Affirming that matters not regulated by this Convention continue to be governed by the rules and principles of general international law'
So how far can UNCLOS go in regulating the seabed, ocean floor and therefore sedentary fisheries and bottom trawling outside the 1970 national jurisdiction? In the case of Indonesia that means the traditional territorial sea.
How far does UNCLOS replace or over-ride the general international law concept of traditional fishing rights?
A lawyer might say, "It's an argument."
The obligations of UNCLOS of archipelagic states to accommodate traditional fishing rights within otherwise sovereign archipelagic waters are in favour of immediately adjacent states.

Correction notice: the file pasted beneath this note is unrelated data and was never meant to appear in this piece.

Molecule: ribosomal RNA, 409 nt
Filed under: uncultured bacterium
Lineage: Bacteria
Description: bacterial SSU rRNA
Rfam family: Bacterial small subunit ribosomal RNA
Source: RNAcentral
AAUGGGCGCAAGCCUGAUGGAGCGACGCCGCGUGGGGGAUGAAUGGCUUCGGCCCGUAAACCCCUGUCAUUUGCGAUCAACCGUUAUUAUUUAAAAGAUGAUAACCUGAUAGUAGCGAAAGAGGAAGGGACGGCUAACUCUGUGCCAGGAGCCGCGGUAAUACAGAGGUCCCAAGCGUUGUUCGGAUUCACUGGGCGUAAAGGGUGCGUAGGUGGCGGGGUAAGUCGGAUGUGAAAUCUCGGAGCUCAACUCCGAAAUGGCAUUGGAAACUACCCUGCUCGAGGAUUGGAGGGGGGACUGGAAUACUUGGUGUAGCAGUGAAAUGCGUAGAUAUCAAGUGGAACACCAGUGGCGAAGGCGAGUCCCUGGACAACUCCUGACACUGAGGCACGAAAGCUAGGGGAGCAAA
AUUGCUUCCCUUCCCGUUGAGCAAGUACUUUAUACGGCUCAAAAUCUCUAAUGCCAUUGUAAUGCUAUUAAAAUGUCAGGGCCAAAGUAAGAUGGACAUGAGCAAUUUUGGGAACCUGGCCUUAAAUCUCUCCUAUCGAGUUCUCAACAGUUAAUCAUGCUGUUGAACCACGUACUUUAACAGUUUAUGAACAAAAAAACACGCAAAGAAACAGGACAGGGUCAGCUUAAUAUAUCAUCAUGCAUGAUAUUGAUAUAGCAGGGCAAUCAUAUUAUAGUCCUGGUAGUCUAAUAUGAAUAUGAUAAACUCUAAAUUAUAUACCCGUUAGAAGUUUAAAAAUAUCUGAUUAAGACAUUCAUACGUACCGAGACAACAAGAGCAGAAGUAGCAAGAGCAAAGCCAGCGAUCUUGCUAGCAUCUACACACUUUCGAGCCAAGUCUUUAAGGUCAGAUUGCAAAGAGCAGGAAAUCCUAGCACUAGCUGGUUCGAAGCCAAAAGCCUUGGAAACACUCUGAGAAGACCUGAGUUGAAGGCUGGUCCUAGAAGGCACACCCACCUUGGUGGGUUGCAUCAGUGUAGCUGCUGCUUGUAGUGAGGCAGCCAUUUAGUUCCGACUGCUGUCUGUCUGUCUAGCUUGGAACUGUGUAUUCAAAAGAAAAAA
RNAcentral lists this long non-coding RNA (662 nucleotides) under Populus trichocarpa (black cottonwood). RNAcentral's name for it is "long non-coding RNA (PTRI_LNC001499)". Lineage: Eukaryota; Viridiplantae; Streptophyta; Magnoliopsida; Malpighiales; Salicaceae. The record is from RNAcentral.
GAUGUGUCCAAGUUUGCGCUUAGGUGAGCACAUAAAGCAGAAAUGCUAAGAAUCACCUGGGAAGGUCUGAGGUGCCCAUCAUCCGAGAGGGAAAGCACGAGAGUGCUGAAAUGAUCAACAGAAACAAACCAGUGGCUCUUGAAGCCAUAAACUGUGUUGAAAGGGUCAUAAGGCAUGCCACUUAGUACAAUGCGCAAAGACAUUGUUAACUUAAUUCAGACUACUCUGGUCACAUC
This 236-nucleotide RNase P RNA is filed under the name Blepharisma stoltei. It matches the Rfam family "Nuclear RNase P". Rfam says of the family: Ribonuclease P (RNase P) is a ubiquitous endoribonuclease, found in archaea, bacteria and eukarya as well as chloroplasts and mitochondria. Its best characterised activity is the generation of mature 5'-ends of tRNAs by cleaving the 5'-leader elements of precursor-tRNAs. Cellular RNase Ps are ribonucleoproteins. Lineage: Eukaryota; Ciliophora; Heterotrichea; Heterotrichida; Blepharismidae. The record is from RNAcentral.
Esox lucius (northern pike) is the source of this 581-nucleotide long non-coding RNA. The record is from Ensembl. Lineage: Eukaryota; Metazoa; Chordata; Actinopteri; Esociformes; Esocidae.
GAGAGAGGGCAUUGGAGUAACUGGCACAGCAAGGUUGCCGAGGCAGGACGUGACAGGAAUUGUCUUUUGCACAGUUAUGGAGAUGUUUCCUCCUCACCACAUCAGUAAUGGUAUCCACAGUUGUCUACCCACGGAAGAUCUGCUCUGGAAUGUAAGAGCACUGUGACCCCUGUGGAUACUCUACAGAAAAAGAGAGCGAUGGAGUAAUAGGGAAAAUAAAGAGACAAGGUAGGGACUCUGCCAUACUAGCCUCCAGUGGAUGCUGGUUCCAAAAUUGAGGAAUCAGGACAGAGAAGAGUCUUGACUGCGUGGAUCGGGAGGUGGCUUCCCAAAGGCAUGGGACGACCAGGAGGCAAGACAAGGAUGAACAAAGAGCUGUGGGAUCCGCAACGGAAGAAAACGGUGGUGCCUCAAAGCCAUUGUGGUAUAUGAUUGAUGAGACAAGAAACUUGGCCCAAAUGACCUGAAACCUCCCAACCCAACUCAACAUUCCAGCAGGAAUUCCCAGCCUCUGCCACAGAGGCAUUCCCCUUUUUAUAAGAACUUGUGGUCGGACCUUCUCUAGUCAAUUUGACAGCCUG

China's nine dash line overlaps the section of Indonesia's 200 nautical mile exclusive economic zone in an area north east of Natuna islands where the incident occurred. If China is an "immediately adjacent" state, it will have traditional fishing rights in terms of UNCLOS.
Furthermore the incident is likely a deliberate litmus test from a nation whose premier when asked in 1972 his view on the French Revolution responded that it was, "too early to tell". Likewise with the outcome of this international law incident, which illustrates that like many situations where disputants look to the law and even when a rules based order approach is taken, a diplomatic resolution might be attractive.